With COVID-19 surging and CPS refusing to answer parents’ questions, Union launches tracker to help identify schools with positive cases.
CHICAGO, Oct. 28, 2020—The Chicago Teachers Union today is launching its citywide, school COVID-19 tracker to aid members in pursuing safety for their colleagues, students and students’ families. The Union’s new COVID tracker website will collect reports on COVID cases at CPS schools, submitted by members of its highest governing body, the House of Delegates. The tracker will map out reports of positive COVID-19 cases in schools geographically, and continue to highlight data that shows that many of the schools with positive COVID-19 cases are in Black and Brown neighborhoods hardest hit by illness and death, and where positivity continues to surge.
As Chicago Public Schools and Mayor Lori Lightfoot insist that more than 25,000 medically vulnerable students, pre-kindergarten students and educators return to unsafe school buildings in less than two weeks, COVID-19 positivity rates are soaring in Black and Latinx communities on the South and West Sides, including Lawndale, Brighton Park, Gage Park, Austin and Englewood. Nearly 100 district-run CPS campuses have reported positive COVID-19 cases since the school year began in September with limited staffing, and prior to any students reporting to buildings.
“The incidents we’re tracking, and will be able to track even further, are happening without students in school buildings, and while CPS continues to defy the law and risk the lives of our clerks,” CTU Vice President Stacy Davis Gates said. “These are predominantly Black and Latinx women, and they deserve better from a district to which they’ve given decades of their lives and service.”
CPS and the mayor continue to ignore an arbitrator’s ruling to stop forcing school clerks, clerk assistants and technology coordinators to work in unsafe school buildings, even when their work can be performed remotely, as it was from March to June. Instead, CPS has begun docking and disciplining school clerks who obey the ruling. The Union also has learned of at least three schools with reported cases of clerks testing positive for COVID-19.
In recent days, more than a dozen additional schools have reported positive COVID-19 cases among staff. This list includes Austin, Juarez and Farragut high schools, and the following elementary schools: Smyser, Drummond, Columbia Explorers, Greeley, Harvard, Hefferan, DeDiego, Clay, Christopher, Hammond, Hedges, Cuffe, Pulaski and McAuliffe. Mayor Lightfoot’s push to reopen schools comes as Chicago’s seven-day rolling average of positive COVID-19 cases tops 800, which is up 34 percent from the previous week and twice the level CPS said in July would warrant remote learning.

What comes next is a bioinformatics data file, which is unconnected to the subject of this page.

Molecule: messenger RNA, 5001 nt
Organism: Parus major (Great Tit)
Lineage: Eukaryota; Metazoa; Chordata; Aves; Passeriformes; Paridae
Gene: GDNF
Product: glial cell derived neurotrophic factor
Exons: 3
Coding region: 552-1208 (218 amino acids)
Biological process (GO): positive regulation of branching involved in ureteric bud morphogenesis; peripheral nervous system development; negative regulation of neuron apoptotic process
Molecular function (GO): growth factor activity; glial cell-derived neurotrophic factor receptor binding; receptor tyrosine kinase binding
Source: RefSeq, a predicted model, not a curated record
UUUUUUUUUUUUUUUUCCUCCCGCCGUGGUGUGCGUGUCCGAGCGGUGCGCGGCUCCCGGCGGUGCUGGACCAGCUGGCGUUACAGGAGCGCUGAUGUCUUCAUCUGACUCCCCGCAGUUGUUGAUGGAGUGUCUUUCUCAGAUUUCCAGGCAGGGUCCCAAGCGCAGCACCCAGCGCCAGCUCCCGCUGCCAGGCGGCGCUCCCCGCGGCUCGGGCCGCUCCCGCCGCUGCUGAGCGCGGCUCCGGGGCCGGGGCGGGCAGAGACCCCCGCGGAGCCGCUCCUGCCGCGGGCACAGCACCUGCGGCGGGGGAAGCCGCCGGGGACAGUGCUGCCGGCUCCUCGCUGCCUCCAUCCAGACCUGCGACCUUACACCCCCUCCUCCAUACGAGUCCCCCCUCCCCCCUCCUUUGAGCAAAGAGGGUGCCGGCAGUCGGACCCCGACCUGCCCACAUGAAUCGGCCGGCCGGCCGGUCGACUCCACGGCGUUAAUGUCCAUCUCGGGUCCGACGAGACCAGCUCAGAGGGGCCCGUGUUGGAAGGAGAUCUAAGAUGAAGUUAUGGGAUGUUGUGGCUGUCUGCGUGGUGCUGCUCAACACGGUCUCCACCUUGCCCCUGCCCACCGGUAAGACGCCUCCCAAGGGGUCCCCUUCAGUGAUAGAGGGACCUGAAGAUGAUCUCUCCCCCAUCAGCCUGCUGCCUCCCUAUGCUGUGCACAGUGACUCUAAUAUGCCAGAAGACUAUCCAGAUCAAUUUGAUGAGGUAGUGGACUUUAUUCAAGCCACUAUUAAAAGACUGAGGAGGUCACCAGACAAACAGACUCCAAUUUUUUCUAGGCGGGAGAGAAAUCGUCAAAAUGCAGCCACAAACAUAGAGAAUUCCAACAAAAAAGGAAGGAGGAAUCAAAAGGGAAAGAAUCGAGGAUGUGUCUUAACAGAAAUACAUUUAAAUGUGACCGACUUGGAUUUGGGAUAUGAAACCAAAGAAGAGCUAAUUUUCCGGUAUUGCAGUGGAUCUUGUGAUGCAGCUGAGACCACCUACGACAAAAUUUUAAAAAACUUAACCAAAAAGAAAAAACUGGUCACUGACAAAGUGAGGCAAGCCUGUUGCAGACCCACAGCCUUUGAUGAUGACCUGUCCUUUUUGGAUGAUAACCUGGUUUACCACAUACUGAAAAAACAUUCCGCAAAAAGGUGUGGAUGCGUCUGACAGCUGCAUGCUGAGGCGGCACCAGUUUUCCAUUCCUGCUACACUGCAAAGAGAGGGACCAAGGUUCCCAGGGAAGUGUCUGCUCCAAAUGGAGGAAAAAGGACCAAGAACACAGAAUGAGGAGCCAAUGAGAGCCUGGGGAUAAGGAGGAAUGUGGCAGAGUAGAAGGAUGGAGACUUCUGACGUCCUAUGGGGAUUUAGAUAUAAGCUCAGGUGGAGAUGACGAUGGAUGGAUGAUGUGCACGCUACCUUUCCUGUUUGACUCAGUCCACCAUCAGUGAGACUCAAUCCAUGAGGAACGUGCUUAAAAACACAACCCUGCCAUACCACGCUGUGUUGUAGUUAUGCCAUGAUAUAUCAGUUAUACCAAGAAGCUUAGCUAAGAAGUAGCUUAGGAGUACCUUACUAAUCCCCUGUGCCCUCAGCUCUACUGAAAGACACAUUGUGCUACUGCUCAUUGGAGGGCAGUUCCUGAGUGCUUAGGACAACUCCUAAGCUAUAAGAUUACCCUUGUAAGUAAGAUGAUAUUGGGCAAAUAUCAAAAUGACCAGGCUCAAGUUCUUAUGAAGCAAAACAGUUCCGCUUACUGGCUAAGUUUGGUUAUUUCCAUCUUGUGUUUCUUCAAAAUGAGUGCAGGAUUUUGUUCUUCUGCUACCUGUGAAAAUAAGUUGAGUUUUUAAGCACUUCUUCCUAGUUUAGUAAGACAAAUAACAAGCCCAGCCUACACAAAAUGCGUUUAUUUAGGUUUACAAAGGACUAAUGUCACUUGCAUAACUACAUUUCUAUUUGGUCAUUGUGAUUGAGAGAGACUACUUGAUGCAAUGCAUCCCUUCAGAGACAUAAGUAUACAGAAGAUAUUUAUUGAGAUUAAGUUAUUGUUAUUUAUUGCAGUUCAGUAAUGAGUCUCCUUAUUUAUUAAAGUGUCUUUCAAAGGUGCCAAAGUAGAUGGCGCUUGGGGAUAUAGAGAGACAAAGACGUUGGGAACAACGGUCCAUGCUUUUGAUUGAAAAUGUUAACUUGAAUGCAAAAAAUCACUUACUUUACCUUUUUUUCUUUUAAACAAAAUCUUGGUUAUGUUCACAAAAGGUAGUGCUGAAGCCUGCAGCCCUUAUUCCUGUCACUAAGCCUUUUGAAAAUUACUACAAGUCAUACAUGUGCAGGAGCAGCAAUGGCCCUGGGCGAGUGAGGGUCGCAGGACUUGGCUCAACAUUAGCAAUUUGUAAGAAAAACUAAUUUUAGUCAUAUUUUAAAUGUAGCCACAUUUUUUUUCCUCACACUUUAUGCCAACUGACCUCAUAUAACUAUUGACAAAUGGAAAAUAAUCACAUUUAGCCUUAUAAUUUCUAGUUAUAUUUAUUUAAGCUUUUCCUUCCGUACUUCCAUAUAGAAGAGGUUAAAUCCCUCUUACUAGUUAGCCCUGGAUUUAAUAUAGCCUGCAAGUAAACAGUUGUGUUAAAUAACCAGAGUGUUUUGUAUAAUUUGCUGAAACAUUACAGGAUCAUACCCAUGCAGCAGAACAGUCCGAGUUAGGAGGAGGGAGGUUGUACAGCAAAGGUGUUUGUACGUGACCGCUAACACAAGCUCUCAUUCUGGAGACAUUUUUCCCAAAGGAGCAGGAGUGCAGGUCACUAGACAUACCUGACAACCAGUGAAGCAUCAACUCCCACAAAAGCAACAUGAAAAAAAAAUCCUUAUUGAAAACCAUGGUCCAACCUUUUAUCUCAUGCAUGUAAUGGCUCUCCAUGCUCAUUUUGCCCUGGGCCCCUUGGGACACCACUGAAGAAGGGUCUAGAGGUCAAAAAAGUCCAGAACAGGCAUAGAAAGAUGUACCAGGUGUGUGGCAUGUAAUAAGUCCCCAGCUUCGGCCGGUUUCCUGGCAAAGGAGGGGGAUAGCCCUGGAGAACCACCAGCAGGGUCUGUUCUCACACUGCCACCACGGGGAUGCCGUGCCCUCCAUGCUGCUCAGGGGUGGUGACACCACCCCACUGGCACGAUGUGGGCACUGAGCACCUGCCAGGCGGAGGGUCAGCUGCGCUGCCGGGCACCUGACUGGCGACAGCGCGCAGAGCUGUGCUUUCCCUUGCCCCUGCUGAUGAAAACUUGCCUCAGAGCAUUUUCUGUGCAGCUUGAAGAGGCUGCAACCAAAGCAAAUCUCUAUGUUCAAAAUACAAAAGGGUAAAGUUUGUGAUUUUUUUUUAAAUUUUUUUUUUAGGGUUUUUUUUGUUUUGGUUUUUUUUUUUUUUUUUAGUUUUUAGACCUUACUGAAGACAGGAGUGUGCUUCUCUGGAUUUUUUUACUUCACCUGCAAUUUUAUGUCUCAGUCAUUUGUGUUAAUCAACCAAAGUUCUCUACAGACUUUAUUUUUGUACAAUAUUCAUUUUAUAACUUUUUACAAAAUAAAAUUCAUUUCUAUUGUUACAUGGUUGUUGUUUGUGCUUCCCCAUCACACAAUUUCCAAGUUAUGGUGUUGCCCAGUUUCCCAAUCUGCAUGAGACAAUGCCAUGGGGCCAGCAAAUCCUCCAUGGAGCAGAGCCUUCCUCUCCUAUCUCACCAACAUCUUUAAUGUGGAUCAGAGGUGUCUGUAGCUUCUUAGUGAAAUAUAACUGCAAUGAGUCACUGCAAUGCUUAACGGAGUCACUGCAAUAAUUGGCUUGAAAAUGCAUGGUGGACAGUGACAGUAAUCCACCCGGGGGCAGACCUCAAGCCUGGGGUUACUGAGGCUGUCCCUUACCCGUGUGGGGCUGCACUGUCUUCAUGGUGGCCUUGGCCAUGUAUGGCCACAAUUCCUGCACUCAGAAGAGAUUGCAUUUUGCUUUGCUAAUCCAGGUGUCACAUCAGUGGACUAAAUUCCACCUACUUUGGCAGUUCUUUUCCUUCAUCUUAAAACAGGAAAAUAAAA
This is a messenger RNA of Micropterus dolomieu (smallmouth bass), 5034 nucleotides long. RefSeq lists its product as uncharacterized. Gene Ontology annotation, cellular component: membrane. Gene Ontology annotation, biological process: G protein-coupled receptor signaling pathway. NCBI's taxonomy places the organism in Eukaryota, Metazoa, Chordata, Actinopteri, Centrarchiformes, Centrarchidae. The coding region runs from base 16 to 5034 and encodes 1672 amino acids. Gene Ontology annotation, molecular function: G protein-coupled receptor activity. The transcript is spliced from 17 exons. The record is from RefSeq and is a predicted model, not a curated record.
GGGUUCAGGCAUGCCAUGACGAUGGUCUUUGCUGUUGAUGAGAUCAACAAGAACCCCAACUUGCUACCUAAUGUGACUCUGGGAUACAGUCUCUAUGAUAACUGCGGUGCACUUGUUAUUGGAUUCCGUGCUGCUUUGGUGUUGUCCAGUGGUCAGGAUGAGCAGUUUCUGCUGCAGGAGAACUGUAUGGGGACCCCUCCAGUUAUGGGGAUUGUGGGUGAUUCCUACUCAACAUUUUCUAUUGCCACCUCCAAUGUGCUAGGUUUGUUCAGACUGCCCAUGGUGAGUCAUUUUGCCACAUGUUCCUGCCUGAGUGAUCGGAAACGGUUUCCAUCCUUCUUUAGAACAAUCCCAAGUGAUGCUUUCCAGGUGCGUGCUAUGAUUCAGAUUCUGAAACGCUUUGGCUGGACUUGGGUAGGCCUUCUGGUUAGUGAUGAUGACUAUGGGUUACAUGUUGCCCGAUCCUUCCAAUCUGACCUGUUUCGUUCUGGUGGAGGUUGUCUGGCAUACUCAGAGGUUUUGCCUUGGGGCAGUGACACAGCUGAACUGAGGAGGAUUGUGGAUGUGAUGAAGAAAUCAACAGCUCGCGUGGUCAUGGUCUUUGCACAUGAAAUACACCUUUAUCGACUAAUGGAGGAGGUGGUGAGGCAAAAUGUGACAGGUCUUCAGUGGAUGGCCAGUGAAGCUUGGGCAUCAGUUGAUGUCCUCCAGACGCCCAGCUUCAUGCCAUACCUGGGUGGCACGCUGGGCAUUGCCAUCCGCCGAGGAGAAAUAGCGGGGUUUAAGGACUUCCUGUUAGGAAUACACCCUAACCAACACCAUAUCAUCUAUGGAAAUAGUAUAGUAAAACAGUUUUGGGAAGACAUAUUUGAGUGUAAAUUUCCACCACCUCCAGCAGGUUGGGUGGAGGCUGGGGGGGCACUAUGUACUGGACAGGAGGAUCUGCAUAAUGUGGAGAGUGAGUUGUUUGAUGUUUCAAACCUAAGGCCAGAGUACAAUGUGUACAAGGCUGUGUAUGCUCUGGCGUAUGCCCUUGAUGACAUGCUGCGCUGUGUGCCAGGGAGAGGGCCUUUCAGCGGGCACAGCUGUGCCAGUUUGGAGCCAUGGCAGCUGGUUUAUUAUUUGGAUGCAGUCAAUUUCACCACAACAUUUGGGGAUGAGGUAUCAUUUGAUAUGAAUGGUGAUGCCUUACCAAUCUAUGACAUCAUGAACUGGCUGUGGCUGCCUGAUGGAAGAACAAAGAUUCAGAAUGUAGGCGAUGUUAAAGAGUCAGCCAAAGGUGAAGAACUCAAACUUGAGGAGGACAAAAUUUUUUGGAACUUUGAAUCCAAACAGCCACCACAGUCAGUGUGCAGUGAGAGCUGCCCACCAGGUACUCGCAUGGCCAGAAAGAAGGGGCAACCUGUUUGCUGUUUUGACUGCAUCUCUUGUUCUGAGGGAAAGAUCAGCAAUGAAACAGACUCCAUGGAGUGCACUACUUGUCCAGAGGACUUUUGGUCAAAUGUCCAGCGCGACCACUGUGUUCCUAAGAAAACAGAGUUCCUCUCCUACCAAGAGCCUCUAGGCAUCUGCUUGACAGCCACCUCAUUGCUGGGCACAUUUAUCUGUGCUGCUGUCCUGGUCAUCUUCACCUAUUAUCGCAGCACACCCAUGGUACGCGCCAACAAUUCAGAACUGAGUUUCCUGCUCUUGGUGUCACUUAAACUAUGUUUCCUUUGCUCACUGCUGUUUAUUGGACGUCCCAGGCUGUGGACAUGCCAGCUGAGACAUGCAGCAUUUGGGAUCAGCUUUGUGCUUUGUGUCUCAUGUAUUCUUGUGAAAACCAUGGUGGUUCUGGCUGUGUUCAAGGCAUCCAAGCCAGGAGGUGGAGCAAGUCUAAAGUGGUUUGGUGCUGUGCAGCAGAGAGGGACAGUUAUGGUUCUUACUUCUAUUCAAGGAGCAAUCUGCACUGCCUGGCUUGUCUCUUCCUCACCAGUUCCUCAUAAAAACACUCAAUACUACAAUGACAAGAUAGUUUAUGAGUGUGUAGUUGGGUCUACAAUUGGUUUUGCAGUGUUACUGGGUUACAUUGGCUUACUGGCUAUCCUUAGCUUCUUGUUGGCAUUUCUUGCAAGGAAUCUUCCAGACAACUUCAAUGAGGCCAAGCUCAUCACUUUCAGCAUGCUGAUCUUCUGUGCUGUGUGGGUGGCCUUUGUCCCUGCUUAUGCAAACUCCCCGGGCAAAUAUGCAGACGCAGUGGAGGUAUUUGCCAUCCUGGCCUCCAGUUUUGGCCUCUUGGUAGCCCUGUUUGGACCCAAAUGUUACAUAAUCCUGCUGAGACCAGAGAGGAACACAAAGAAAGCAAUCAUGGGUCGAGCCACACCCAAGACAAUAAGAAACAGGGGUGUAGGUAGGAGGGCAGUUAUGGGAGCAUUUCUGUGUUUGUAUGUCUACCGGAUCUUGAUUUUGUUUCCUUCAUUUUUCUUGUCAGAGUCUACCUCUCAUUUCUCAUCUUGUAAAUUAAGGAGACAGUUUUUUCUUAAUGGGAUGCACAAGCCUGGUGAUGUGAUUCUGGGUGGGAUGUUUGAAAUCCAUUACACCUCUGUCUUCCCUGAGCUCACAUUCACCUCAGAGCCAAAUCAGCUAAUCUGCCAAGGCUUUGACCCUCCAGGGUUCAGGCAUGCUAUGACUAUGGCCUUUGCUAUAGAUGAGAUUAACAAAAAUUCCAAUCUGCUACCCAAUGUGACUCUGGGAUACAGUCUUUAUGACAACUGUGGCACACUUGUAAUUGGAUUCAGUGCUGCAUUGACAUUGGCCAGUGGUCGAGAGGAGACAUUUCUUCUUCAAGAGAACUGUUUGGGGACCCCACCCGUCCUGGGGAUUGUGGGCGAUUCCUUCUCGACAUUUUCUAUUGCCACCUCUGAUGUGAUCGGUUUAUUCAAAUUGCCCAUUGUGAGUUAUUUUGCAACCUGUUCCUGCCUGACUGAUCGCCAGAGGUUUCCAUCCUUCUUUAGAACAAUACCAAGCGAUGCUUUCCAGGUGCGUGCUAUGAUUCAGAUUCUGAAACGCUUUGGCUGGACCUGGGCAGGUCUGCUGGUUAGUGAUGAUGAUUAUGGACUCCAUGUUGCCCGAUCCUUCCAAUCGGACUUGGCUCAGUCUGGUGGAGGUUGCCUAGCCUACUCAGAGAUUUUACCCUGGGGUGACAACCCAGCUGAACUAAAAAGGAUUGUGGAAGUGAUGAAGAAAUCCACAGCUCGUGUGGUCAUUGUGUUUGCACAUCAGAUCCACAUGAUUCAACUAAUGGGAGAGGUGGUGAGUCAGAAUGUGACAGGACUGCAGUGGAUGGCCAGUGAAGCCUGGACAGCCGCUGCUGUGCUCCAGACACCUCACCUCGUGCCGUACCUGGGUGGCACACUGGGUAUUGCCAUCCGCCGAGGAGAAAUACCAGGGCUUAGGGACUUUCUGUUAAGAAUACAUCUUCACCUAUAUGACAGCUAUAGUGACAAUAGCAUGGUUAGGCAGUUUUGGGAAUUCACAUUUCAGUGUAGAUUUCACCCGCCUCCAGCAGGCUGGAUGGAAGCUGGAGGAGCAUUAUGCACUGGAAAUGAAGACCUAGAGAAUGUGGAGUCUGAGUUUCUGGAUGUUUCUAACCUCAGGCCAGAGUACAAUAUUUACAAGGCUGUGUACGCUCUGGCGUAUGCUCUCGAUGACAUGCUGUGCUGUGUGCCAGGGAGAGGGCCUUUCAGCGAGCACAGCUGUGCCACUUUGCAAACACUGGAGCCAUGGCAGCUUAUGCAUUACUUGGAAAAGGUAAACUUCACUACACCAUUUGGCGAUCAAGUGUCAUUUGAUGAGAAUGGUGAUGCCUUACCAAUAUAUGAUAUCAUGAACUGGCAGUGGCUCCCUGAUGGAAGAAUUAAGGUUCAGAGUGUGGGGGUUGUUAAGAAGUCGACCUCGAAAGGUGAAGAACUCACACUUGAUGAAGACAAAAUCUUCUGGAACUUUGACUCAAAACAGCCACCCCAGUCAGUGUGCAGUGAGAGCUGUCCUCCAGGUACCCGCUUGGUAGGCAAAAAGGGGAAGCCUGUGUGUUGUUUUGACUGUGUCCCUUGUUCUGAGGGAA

Questions have largely gone unanswered by the mayor and CPS, who have forced workers back into unsafe school buildings where proper COVID-19 safety protocol is not being enforced.
On Tuesday, parents, students and educators in hard-hit neighborhoods held a press conference to address CPS’ reopening plan in the face of vastly higher rates in their zip codes and communities. North and South Lawndale, Austin, Humboldt Park and Hermosa are all above 20 percent COVID-19 positivity. New City, South Lawndale, Gage Park and McKinley Park are above 22 percent positivity.
Latinx Chicagoans continue to shoulder the disproportionate burden of positive cases, and Black residents continue to bear the disproportionate burden of death from the virus. Together, Black and Latinx students make up roughly 90 percent of CPS students, and reopening buildings will only exacerbate the harm already hitting their families and communities.
“How are we even talking about reopening schools when the governor has put restrictions back in place, and top doctors in both the city and the state have told us to basically cancel the holiday season to save lives?” Davis Gates said. “If the district isn’t going to bargain with us, at least provide transparency and up-to-date information that people can use to protect themselves.”
“Our fight is about saving lives,” Davis Gates added. “These Black and Brown communities where people are getting sick and dying are home to the same Black and Brown children and families we serve, so it is a moral imperative that we do everything we can to protect them.”